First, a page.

Commercial art gallery

The Tiger and the Buffalo: On the Metaverse | Arts

In one of Meta first video ads After switching brands from Facebook, four people in an art gallery fixate on a painting of a tiger killing a buffalo. The bison is under control: bonnets on the grass, he bows in deference to his predator. The tiger’s narrow pupils move to look at its viewers. In the next shot, the tiger’s tail begins to wag and the long grass rustles – the painting comes to life. The four viewers are immersed in the surrounding jungle which gains an extra dimension, full of dancing rainforest animals. Friends and foes, prey and predators all dance together to a stuttering house rhythm, of all creeds and all colors, et cetera, until nausea. It’s a meaningless ad, more chilling in tone than compelling in messaging. In fact, the only text appears at the end of the commercial, posed on the faces of the tiger and the buffalo, now bumping together in mechanical coexistence. It reads: “It’s going to be fun.” Beneath the white letters, the two beasts cast furtive glances at each other.

From this ad, it’s hard to make assumptions about the trendy metaverse, defined by Oxford Languages ​​as “a virtual reality space in which users can interact with a computer-generated environment and other users. “. Champion by Mark Zuckerberg himself as “the next chapter of the Internet”, the Metaverse is touted by its many Silicon Valley supporters as an opportunity to engage in social and material interaction in a 3D space simulating reality, with the aim to revolutionize human connection. Coincidentally, Zuckerberg used verbiage before Congress during Facebook’s hearing regarding their alleged interference in the 2016 election.

It should be noted that the current design of the Metaverse is still a fantasy, not yet realized beyond small-scale demos and advertisements. The degree of enterprise collaboration needed to design such an immersive and continuous world is not there yet. And yet, the greatest technology in the world companies do the unthinkable — collaborate — in pursuit of this shared vision. The appearance of the metaverse, in this context, seems inevitable – out of the hands of the general public but still championed by entrepreneurs and massive corporations like its technological predecessor, the Internet. But whereas early proponents of the Internet sought to revolutionize humanity’s interaction with information, the Metaverse goes further, daring to disrupt humanity’s interaction with its spatial environment and, more ambitiously, with each other. .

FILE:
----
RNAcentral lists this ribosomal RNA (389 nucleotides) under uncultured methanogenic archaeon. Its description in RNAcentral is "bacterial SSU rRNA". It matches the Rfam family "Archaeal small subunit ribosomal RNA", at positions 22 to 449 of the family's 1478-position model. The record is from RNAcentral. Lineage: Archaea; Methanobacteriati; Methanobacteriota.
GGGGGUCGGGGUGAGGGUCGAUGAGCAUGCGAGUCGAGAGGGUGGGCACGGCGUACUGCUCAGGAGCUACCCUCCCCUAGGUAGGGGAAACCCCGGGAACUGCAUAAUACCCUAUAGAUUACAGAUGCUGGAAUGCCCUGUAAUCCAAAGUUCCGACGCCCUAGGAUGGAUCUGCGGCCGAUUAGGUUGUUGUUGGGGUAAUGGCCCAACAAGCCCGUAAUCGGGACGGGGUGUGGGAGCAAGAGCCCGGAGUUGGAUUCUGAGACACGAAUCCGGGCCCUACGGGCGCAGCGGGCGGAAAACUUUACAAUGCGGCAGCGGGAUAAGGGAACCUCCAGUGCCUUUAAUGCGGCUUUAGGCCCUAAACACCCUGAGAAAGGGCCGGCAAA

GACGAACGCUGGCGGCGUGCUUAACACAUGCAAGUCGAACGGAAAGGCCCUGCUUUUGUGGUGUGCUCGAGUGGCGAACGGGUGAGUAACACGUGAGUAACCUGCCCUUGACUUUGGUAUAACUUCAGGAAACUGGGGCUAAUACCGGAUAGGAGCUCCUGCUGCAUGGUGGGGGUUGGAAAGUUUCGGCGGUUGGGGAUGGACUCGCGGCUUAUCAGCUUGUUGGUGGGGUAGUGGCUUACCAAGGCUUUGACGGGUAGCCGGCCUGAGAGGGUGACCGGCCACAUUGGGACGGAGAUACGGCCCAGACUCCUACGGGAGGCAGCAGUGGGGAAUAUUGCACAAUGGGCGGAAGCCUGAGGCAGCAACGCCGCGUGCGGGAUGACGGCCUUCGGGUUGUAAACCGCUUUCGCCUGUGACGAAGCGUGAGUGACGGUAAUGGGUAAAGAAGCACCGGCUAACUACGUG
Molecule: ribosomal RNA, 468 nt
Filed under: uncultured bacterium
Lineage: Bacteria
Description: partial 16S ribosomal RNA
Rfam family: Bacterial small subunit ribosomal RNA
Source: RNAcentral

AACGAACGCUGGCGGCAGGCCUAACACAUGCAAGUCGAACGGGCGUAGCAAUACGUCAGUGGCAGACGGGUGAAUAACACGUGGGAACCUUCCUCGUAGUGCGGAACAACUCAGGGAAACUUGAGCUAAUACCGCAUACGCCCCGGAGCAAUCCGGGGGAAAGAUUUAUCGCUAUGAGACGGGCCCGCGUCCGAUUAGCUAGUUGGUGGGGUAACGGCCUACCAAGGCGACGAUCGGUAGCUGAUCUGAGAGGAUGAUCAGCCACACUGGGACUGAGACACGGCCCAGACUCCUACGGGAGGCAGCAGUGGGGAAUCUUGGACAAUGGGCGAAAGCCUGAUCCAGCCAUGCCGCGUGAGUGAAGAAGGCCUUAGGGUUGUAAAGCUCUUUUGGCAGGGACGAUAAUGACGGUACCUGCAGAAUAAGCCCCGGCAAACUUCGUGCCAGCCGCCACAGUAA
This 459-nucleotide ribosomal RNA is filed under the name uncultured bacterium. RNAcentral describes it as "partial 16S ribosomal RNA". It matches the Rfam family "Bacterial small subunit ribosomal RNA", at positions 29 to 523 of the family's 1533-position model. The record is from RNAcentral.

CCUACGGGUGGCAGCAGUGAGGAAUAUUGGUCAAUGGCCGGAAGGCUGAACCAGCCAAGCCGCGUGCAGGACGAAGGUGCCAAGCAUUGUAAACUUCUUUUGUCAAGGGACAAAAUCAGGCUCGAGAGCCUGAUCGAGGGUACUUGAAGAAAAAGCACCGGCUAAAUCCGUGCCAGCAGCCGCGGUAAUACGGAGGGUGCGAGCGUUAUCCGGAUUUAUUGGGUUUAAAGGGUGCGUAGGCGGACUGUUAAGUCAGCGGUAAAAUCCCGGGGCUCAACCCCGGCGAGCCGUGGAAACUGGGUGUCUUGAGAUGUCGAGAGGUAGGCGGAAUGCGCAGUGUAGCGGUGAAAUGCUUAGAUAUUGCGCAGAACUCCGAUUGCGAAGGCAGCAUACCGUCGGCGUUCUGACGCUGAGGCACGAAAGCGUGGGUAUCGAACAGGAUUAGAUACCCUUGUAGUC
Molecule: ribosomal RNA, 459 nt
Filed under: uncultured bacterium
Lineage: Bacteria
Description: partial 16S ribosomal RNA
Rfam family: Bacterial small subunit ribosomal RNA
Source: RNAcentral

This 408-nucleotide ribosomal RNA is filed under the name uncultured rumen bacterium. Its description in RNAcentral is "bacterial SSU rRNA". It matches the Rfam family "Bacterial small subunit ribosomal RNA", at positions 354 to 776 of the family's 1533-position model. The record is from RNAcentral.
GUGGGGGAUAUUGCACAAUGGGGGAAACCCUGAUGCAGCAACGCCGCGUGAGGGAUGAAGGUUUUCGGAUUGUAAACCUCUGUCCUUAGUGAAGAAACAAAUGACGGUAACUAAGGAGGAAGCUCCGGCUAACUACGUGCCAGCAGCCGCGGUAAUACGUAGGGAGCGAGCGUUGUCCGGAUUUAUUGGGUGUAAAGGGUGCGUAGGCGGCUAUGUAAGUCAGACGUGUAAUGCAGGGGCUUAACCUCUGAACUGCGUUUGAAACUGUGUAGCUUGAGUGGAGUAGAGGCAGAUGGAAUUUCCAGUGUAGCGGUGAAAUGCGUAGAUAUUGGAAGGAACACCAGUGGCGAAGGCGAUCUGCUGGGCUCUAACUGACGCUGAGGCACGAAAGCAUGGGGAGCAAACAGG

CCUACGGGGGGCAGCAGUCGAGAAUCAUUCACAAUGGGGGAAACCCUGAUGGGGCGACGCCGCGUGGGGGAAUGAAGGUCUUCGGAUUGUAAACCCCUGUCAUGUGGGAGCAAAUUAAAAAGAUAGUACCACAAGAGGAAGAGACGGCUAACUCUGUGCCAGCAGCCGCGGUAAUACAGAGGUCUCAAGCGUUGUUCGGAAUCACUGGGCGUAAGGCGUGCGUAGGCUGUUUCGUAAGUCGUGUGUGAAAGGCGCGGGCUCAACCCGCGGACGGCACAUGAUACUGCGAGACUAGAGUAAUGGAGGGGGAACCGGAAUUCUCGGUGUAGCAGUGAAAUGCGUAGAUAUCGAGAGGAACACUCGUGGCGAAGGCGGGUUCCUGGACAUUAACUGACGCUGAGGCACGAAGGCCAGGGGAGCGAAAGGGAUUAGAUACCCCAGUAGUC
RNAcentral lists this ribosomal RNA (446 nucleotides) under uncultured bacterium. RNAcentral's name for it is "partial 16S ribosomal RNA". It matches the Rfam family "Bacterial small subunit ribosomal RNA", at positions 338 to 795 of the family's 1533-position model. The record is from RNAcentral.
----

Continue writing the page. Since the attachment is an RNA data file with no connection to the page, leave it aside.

The historical relationship between technological advances like the appearance of the Metaverse and public opinion seems to be characterized by initial resistance, followed by eventual acquiescence. Many consumers had doubts about the Internet in its early days, and now its pervasive influence is central to daily life in much of America. A pattern is beginning to emerge here: Silicon Valley’s tech giants make decisions for the general public, who, without fail, first protest and then embrace the new wave of tech revolution with stifled gratitude.

This trend is the genius of big tech in the information age – a persuasive shroud of benevolence veils a well-oiled profit machine. Critics of “technological improvement” are immediately labeled as ungrateful – biting the hand that feeds them their latest smartphone or fastest delivery app. Human identity is, therefore, gradually sucked into a system that details and monetizes social interaction. Zuckerberg’s promise for the Metaverse is a system that meets the complex, sensory needs of a whole person. In reality, Zuckerberg’s metaverse could manifest itself in a dangerously tidy second world, where everything from protest to the natural environment to personal identity could be based on profit.

Meta’s ad featuring dancing jungle animals is particularly disturbing in this context; nature, in the real world, seems to be the one thing the metaverse can’t recreate. Perhaps society is compensating in advance, co-opting the vibrant, unorganized nature of a jungle to commercialize what will likely be a meticulously curated second world.
Perhaps Meta’s advertisement in the jungle is a work of evil genius. As the permafrost melts and the sea rises, it’s a beautiful image to come back to: criss-crossing flamingos, spinning snakes, only accessible via a $300 Oculus VR headset. It manages to emphasize the fun of the Metaverse, no matter what. Among the buzzwords and flashy colors designed specifically for startups, it’s easy to forget that Meta and his collaborators may have selfish ulterior motives in the development of this second world.